ROCKINGHAM -- The landfill on Route 5 will be one of 27 sites across New England to have its cleanup and remedies reviewed as part of routine evaluations conducted every five years by the U.S. Environmental Protection Agency.

EPA Community Involvement Coordinator Emily Zimmerman said the federal agency performs reviews on previously-completed cleanup and remediation work done at sites and federal facilities on "National Priorities List," which is made up of the largest hazardous waste sites in the country. She said the evaluations determine if implemented remedies at the sites are still effective at protecting human health and the environment.

Superfund sites, or those on the "National Priorities List," are regulated by the Comprehensive Environmental Response, Compensation, and Liability Act and will get reviewed every five years until they are dropped from the list. The reviews identify any deficiencies to the previous work and recommend action to address them, if necessary. Zimmerman told the Reformer this will be the fourth five-year evaluation for the Rockingham landfill.

The EPA is performing the five-year evaluations at six other sites in Vermont, as well as two in Connecticut, one in Maine, 10 in Massachusetts, six in New Hampshire and one in Rhode Island.

The federal agency will also provide the public a chance to evaluate preliminary findings and to provide input on potential follow-up activity that may be required following the review process.

Zimmerman said the site used to be owned by the Rockingham/Bellows Falls municipality, but Municipal Manager Willis D. "Chip" Stearns II said he does not know who owns it now.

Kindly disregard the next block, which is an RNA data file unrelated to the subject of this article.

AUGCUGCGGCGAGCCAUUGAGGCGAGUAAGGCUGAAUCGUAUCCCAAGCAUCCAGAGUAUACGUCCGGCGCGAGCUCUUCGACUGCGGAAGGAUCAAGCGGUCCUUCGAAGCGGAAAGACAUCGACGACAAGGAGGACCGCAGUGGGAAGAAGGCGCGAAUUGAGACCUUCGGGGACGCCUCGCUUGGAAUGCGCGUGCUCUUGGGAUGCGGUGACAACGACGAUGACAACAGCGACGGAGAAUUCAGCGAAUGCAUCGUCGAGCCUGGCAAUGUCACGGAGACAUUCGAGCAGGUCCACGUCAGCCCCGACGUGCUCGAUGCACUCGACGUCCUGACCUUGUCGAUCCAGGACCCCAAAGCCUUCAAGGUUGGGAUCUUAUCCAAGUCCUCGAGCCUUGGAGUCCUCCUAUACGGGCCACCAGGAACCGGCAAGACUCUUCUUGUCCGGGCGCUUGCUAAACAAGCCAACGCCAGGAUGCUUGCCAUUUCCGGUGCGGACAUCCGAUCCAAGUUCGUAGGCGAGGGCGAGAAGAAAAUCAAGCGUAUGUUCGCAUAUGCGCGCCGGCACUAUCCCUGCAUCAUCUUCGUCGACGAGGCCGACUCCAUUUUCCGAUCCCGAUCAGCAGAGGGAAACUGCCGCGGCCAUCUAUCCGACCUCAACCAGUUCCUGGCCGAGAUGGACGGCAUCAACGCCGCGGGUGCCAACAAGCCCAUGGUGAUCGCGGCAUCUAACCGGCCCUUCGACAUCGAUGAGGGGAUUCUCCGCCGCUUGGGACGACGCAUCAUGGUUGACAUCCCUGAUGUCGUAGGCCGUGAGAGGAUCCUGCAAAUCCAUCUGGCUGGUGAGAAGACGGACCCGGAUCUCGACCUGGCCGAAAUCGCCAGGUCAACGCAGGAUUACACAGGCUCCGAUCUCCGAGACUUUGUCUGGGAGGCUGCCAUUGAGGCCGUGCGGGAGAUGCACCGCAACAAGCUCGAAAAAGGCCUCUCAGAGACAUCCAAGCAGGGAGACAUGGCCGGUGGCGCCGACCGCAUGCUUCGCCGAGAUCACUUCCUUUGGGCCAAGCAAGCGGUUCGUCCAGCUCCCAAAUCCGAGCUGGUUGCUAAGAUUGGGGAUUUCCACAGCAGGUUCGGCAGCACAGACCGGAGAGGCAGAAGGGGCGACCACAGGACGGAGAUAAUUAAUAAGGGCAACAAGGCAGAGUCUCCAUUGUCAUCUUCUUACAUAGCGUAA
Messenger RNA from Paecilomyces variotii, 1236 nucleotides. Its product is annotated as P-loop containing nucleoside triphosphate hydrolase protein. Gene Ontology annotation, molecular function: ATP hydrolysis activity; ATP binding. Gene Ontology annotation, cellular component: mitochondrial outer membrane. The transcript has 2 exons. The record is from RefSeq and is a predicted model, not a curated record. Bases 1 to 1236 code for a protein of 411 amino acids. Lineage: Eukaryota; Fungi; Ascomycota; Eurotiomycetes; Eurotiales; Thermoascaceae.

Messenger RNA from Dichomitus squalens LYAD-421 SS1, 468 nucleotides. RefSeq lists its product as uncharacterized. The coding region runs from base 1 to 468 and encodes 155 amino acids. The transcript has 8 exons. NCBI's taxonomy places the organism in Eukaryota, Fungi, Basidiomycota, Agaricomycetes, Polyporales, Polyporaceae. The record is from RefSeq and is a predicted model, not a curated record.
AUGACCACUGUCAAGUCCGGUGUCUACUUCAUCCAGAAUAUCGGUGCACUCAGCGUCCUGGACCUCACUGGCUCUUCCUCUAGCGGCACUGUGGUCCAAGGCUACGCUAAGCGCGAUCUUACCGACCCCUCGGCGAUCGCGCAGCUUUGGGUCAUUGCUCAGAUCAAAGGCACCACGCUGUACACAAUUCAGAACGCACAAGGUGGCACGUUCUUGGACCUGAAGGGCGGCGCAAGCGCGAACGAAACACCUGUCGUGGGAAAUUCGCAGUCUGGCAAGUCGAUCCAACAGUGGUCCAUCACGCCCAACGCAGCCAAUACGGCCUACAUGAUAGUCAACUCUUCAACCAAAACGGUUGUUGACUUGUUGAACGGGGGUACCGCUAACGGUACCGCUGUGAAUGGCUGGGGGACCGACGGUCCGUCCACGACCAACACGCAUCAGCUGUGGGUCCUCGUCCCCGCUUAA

The EPA website states the Rockingham site served as a borrow area for the construction of Interstate 91 in the early 1960s. In 1973, Browning-Ferris Industries, Inc. bought the landfill from an individual, who had started operations in 1968. According to the EPA, state files indicate that industrial wastes -- including heavy metals, bases, pesticides, and volatile organic compounds (VOCs) -- were deposited in the unlined disposal area from 1968 to 1979. Vermont licensed the site as a municipal landfill certified to accept hazardous waste from small quantity generators in 1983 and the site was closed in 1991. An estimated 2,700 people live within a mile of the site and roughly 6,400 live within three miles.

The EPA completed studies at the site in 1993 and addressed the source of contamination under the Superfund Accelerated Cleanup Method (SACM). A remedy was selected to address the cleanup of the groundwater in 1994 and long-term monitoring of the groundwater, surface water, and residential wells will continue to ensure that established cleanup levels are met.

Domenic Poli can be reached at dpoli@reformer.com, or 802-254-2311, ext. 277. You can follow him on Twitter @dpoli_reformer.